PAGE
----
D’Artagnan hasn’t achieved its success by taking short cuts. The standards for its organic products, for example, are stricter than the USDA’s definition of organic, which apart from requiring organic feed, also requires sufficient space and access to the outdoors. D’Artagnan’s Green Circle brand of organic chickens are fed with vegetable scraps from restaurants and farmers’ markets. The practice was noteworthy enough that the chicken was featured on the front page of the New York Times.
“Our organic chicken comes from small farmers. They do have real access to the outside, and the outside is not barren soil. It’s pastured soil, and they have truly space inside the barn. They have the respect that a small farmer can give to a smaller amount of chickens at a time,” Daguin explains. “That’s the difference. That has a price, but that’s the difference. We’re constantly looking for that kind of partner to grow with us.”
D’Artagnan works with a number of small producers, and Daguin said that she gets e-mails weekly from farmers who want to partner with her company. The problem lies with finding small farmers that are close to small slaughterhouses, which are themselves difficult to find in some areas.
“We have bigger and bigger slaughterhouses, and all the small ones close,” she says. “We are driven to have cookie-cutter animals, but that’s a thing we’re fighting now. We try to entice small entities to create small slaughterhouses.”
Food for the inspired & the aspiring
D’Artagnan’s product mix is a combination of the exotic and familiar. Rabbit meat and duck rillettes are sold right along with hot dogs and bacon. Twenty percent of the meat sold is beef, including grass-fed beef and Wagyu beef. The Green Circle chicken has become a popular item as well.
Wertheim says that the company is able to offer both gourmet and familiar products to great success, which has helped transition D’Artagnan from a foodservice supplier to supplier of both restaurants and retail. D’Artagnan can introduce a duck hot dog and a beef hot dog, and while the duck product gets all the attention, consumers will buy the beef product as well.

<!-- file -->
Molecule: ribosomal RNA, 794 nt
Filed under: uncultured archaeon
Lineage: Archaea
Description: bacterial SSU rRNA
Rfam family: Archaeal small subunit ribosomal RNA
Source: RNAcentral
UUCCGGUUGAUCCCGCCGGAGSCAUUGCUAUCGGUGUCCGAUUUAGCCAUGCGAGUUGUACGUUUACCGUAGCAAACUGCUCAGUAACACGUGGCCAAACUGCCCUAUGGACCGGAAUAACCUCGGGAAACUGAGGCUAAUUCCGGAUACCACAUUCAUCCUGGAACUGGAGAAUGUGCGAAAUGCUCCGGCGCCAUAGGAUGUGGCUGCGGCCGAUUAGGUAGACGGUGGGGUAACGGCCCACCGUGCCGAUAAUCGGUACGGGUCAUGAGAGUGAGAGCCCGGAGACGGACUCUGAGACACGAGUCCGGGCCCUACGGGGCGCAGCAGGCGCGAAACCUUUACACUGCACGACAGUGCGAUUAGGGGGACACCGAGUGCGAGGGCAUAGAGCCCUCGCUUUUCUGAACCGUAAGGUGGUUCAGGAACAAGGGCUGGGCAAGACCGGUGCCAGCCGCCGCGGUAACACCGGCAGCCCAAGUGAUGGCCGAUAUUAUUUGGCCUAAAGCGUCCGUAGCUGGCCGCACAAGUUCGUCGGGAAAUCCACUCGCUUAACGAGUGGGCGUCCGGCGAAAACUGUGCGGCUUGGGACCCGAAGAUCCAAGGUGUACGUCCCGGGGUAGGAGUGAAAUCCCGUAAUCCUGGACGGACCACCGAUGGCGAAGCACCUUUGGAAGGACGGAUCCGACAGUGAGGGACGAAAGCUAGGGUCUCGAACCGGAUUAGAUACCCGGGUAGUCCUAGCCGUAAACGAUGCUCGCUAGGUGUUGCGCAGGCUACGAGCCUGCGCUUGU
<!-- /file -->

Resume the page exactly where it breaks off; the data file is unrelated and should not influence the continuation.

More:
“Our whole strategy at retail is that it’s great to sell rabbits and guinea hens, but it’s also great to sell bacon and sausages and chicken, too. That’s how our growth has been fueled,” Wertheim says. “Over the last several years, we’ve gravitated from the inspirational chefs to the aspirational home cook, with the retailer being in between. We’ve managed to find a niche for everybody who believes in better-for-you meats.”
D’Artagnan is a leader in foie gras, a product made from duck or goose liver. It has its share of fans in the United States, but it also has been the target of animal activists for what people assume are inhumane animal handling practices. The birds are force fed through a feeding pipe— a process called gavage. At time, sale of foie gras has been banned in places like California and Chicago.
“In my 30-plus years in the business I’ve never seen a bigger disinformation campaign than what I saw over foie gras,” Wertheim states. “The industry is so small, the activists have so much money, and the usage and awareness in America is so small, so who’s going to care?”
Ironically, the bans helped raise an interest, as the company saw an increase in online sales in California after the state banned the product in 2012. That law was suspended in a court ruling in 2015, which is currently being appealed. The Chicago ban lasted from 2006 until 2008, when it was repealed. A number of chefs stood up for the product in both cases, either by criticizing the ban or flagrantly refusing to comply with it. Wertheim points out that since the ban ended in California, sales to the state have never been higher.
Daguin says that the bans over foie gras should be a cautionary tale for the rest of the industry.
“Those activists are for no consumption of meat whatsoever, so we were the easy target,” she says. “Thank God we were able to successfully avert it so far. I don’t think the rest of the industry has understood that yet. They are right behind us.”
She adds that there is not that much difference between the animal rights activists and D’Artagnan, in terms of animal welfare. In fact, Daguin has likely spent more time among the animals than the industry’s critics.
“We’re in the fields constantly, talking with farmers, looking at how they raise animals, giving them suggestions,” she explains. “The only difference, really, between those animal activists that don’t know much about animal husbandry and us is the slaughterhouse. We kill, and they don’t. Up to the slaughterhouse, we have the same goal: to keep the animals happy.”